Liquid and Compressed Carbon Dioxide (CO2)

We commonly know carbon dioxide (CO2) as something produced from combustion, as an essential ingredient in photosynthesis, a plant’s ability to convert carbon dioxide and water to glucose and oxygen in the presence of light, and the ”magic” that provides “carbonation” to soft drinks, beer and sparkling wines.

But where does purified carbon dioxide come from? With all the stories around climate change and the responsibility carbon dioxide has in that process, you might think that atmospheric extraction would be the easiest way to do it. Surprisingly, atmospheric levels of carbon dioxide average less than 450 parts per million, making that process not very cost-effective and highly inefficient Similarly, natural fermentation may work in a wine bottle and brewing tank, but that process is difficult to replicate on a large-scale basis, is not very efficient and costs too much on a larger scale. No, mostly all the purified carbon dioxide that enters the market today is a byproduct of chemical manufacturing, oil refining and natural gas purification.

Carbon dioxide is a colorless, odorless, nonflammable slightly acidic gas and, because it is so readily available, has many uses in a variety of industries. The food industry uses CO2 in food freezing, carbonated beverage manufacturing and modified atmosphere packaging. Carbon dioxide is known as an “active gas” in shielding the arc in gas metal arc welding (GMAW / MIG welding) either alone or in mixtures of argon and helium. Its acidic properties mixed with water make it a good water treatment additive for pH control. Liquid Carbon Dioxide is also expanded in specialized equipment to create “dry ice” blocks and nuggets used for temporary refrigeration.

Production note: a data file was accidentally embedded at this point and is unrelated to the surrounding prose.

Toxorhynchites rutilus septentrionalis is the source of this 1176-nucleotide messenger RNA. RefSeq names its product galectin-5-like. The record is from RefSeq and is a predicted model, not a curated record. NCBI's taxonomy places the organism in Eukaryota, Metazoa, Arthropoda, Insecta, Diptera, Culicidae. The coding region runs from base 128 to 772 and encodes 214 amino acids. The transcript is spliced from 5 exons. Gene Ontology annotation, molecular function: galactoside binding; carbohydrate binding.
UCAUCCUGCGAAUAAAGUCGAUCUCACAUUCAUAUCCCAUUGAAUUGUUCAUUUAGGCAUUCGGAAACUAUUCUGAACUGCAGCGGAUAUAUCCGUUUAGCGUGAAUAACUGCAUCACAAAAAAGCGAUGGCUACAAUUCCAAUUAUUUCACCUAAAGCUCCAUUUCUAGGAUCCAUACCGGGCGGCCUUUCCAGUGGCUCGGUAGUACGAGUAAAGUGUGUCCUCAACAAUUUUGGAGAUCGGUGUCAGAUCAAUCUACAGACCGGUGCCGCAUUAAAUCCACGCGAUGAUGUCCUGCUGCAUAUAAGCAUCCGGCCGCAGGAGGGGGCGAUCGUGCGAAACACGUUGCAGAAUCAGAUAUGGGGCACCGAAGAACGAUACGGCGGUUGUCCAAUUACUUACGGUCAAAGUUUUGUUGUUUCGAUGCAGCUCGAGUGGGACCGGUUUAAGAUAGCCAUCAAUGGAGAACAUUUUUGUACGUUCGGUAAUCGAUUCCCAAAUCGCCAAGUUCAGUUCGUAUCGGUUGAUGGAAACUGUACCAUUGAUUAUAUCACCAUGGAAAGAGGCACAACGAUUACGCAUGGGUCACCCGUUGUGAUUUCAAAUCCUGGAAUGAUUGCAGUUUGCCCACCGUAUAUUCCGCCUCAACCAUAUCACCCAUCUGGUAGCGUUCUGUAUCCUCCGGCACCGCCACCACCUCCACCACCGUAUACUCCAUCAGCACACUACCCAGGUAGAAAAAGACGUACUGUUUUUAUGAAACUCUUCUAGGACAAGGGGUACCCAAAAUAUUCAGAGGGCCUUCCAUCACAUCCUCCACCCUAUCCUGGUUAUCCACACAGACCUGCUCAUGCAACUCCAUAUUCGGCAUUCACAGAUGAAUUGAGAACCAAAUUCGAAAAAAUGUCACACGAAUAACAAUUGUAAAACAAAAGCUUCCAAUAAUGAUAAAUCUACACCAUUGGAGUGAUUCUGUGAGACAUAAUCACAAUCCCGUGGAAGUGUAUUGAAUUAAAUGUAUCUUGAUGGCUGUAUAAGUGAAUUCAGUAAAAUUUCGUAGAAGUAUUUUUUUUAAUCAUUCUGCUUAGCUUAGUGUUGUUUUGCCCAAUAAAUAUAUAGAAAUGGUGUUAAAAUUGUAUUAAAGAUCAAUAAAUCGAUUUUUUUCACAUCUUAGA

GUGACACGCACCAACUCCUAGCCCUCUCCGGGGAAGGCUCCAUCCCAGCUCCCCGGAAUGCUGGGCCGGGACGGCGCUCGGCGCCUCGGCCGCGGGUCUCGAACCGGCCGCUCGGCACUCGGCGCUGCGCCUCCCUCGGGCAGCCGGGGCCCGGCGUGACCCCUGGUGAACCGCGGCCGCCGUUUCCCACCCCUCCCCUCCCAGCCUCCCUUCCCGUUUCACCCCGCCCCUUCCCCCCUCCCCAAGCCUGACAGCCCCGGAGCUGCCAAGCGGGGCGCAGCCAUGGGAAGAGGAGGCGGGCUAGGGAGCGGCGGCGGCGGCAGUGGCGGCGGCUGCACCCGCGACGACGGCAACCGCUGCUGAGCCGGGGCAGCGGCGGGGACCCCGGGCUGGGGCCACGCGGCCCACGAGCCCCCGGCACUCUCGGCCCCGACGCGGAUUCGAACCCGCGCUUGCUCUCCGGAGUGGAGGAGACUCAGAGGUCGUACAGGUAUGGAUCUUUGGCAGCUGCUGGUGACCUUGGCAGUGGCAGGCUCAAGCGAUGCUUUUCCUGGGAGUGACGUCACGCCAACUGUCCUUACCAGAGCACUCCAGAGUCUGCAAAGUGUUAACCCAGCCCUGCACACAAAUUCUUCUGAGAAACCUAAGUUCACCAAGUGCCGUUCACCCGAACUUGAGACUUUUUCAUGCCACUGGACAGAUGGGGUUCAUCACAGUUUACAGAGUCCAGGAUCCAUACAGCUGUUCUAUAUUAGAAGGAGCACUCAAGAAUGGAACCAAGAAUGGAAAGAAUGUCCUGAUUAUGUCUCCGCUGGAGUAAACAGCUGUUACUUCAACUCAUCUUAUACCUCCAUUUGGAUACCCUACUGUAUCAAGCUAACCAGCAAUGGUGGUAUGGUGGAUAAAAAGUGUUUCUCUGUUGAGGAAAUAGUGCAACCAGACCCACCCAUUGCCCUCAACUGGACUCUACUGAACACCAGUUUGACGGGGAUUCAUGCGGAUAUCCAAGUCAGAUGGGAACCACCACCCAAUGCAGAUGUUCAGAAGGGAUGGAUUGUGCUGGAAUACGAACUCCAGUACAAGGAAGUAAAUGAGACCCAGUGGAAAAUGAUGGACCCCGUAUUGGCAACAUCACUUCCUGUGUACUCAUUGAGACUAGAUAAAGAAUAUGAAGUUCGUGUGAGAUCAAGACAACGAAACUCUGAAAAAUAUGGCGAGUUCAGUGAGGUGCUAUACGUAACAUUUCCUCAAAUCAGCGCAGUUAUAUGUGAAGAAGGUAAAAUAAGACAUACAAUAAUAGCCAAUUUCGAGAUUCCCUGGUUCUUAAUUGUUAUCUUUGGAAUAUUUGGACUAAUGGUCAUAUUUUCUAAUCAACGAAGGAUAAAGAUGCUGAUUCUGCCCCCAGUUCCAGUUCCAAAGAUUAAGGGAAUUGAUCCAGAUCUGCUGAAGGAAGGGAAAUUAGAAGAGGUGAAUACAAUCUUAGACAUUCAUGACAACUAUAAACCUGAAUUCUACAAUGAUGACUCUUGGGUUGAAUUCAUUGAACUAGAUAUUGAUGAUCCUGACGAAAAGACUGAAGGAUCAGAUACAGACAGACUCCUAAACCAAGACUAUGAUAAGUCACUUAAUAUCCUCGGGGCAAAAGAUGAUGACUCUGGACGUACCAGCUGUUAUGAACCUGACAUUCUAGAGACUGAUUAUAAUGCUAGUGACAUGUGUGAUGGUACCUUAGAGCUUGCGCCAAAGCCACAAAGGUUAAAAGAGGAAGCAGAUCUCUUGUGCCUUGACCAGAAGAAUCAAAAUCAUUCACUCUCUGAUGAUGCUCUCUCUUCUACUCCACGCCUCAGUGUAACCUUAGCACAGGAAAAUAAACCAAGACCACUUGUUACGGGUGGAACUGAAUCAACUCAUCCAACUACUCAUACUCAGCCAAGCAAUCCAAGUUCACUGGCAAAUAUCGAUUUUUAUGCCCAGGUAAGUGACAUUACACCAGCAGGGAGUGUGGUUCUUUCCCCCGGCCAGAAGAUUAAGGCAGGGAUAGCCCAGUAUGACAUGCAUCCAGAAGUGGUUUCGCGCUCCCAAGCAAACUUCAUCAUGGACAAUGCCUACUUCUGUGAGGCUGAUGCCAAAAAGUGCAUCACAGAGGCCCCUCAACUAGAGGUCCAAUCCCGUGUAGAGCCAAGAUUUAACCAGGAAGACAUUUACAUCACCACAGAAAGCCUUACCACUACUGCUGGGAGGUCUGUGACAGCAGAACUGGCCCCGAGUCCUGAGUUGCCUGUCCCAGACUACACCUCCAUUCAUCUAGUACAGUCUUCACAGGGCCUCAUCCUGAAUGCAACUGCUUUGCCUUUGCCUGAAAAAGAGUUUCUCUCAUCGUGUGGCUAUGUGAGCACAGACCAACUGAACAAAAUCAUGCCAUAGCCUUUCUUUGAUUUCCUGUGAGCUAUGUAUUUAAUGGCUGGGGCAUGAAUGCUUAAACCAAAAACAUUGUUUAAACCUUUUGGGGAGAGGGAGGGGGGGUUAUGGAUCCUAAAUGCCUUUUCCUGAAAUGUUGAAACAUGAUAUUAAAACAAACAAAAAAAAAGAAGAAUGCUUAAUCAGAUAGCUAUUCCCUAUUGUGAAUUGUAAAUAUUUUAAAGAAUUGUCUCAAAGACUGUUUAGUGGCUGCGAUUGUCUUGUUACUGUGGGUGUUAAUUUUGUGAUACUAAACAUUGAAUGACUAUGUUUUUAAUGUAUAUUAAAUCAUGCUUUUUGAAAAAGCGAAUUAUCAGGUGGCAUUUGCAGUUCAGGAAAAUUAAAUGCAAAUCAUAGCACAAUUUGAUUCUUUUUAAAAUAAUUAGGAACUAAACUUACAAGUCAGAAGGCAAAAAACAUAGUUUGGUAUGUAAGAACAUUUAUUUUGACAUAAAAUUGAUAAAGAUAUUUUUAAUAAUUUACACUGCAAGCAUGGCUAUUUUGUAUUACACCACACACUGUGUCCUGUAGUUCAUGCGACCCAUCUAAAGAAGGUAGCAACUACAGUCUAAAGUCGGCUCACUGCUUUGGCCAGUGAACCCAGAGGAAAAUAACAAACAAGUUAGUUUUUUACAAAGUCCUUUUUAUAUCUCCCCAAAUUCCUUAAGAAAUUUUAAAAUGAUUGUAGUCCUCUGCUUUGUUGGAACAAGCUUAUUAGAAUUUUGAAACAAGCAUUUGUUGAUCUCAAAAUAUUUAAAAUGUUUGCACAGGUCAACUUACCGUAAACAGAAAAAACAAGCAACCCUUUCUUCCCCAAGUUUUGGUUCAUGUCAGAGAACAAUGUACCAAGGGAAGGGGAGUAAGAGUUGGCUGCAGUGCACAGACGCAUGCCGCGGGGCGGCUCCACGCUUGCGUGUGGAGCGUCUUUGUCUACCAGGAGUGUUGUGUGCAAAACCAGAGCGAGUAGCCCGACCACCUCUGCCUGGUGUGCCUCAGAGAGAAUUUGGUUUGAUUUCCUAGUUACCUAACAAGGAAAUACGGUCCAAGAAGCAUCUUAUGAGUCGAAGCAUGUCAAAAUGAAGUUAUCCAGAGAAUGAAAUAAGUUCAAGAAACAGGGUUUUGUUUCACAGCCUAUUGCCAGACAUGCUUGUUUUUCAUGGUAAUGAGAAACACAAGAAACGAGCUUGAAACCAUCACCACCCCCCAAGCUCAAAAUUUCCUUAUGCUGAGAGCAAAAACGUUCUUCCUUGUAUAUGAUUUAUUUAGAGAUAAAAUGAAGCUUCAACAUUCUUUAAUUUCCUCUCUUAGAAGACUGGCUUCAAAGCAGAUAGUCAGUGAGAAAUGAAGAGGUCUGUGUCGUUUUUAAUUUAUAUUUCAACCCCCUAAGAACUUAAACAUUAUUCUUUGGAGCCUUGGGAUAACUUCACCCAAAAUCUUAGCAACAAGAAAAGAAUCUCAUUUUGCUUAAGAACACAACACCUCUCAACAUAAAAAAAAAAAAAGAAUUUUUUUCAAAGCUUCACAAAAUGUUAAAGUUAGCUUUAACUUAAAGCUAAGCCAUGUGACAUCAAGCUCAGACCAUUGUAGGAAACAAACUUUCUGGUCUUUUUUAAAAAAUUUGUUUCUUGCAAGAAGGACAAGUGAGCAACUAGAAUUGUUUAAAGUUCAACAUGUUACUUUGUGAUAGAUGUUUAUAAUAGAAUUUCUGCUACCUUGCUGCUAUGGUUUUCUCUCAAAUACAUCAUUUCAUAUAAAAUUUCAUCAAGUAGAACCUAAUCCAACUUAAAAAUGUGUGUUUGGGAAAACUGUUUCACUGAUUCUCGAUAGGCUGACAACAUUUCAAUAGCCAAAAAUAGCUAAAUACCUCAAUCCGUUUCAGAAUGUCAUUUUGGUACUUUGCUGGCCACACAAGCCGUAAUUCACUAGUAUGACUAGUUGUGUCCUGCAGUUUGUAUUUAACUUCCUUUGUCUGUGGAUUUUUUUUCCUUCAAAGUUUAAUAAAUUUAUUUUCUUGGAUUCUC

Higher purities of carbon dioxide, from Dry to Ultra High Purity and Research Grades are applied in laser cutting and marking operations, spanning everything from medical devices to steel fabrication. Growers apply measured amounts of CO2 to improve fertilizers in greenhouse operations. High purity CO2 is often used as an oxygen-free atmosphere for anaerobic incubation, and in the preparation of special application mixtures for blood gas monitoring.

With all these applications, having local Springfield experts on hand to answer questions about carbon dioxide can be really helpful. Give them a call today at ILMO Products Company at (217) 245-2183 or contact us online.